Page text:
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This year, The Lawyer’s annual ranking of the largest UK law firms by turnover is available as an interactive, digital benchmarking tool. For the first time this will allow you to manipulate each data set against the metrics of your choice.
Around 1,300 firms will be forced to find replacement professional indemnity insurance (PII) or be put at risk of being closed down after the Latvian authorities yesterday withdrew operating licences from domestic insurer Balva.
The SRA said it was seeking advice on whether the collapse of Balva was legally an “insolvency event”, which would put it in breach of the regulator’s qualifying insurer (QI) rules.
The insurer, which was halted from taking on new business in the UK at the end of March, provides PII to around 1,300 firms – the equivalent of one in eight firms in England and Wales.
Balva must now appoint a liquidator and agree the procedure for debt covering with the Latvian Board of Financial and Capital Market Commission (FCMC). Failing that it must transform itself into a so-called ’legal person’ that does not pursue insurance business.
The FCMC said all Balva’s insurance policies are still effective and the company was obliged to continue fulfilling the terms of contracts entered into with its policyholders.
Under SRA rules, however, firms will be required to find alternative cover in the live market within 28 days or be forced into the assigned risks pool (ARP), where policy rates are charged at a premium.
Rule changes on how the ARP is governed mean that firms are now only allowed to stay in the ARP for three months, unless they are granted special waivers by the SRA. Those that are still unable to find cover after that point will, under SRA rules, be forced to cease trading because they do not carry PII insurance.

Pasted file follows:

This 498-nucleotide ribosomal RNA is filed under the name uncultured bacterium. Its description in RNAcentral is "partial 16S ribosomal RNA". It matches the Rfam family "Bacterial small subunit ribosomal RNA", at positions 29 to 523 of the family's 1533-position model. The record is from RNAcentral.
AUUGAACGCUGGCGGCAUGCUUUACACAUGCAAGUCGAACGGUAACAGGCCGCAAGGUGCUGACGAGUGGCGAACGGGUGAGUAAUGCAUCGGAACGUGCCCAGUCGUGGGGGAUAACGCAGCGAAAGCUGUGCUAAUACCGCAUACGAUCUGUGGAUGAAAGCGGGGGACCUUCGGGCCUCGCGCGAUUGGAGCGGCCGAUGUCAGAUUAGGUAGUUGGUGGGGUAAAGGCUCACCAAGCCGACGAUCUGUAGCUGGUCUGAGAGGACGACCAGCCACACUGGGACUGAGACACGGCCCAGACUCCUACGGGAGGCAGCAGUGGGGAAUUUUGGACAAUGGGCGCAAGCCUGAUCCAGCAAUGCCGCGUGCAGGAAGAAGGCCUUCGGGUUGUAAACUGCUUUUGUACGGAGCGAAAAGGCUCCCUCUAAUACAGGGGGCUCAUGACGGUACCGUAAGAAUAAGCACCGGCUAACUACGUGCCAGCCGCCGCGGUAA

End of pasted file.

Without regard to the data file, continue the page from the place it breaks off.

The insurer, which was unrated, was listed on the SRA’s Qualified Insurer list for the 1 October 2012 renewal date, making it a viable option for firms forced to look for a cheaper policy from an unrated insurer that is more willing to accept higher-risk firms. Provisional figures for the renewal date show that 12.5 per cent of the profession’s total premiums of £239.3m were paid to unrated insurers.
The news has once again stoked debate about whether the SRA should allow unrated insurers onto the QI listings. According to Simon Lovat, a PII expert at broker UIB, firms covered by Balva will be left unable to pay out on potential claims because the insurer has been forced to cease trading. The cost of putting the firms into the ARP, he added, would be picked up by other rated qualified insurers participating in the market.
In a statement the SRA said: “The position under the SRA indemnity insurance rules is that, as yet, there has not been an ’insolvency event’ as defined in the UK. We are seeking advice on the application of the definition of ’insolvency event’ to this developing situation, working with our partners at the Financial Conduct Authority and the Prudential Services Regulator.
“If an ’insolvency event’ occurs we will contact all firms currently insured with Balva explaining the action they must take.
“This would involve any firm that has professional indemnity insurance with Balva obtaining replacement cover within four weeks of any confirmation of any insolvency event. Those that fail to find an alternative insurer would drop into the Assigned Risks Pool (ARP).
“Firms should contact their broker (if they have one) and obtain their advice. If they do not have a broker, they will need to contact one of the Qualifying Insurers who deal direct with firms to arrange replacement cover.
“A letter containing further details would be sent to all firms if an insolvency event is confirmed.”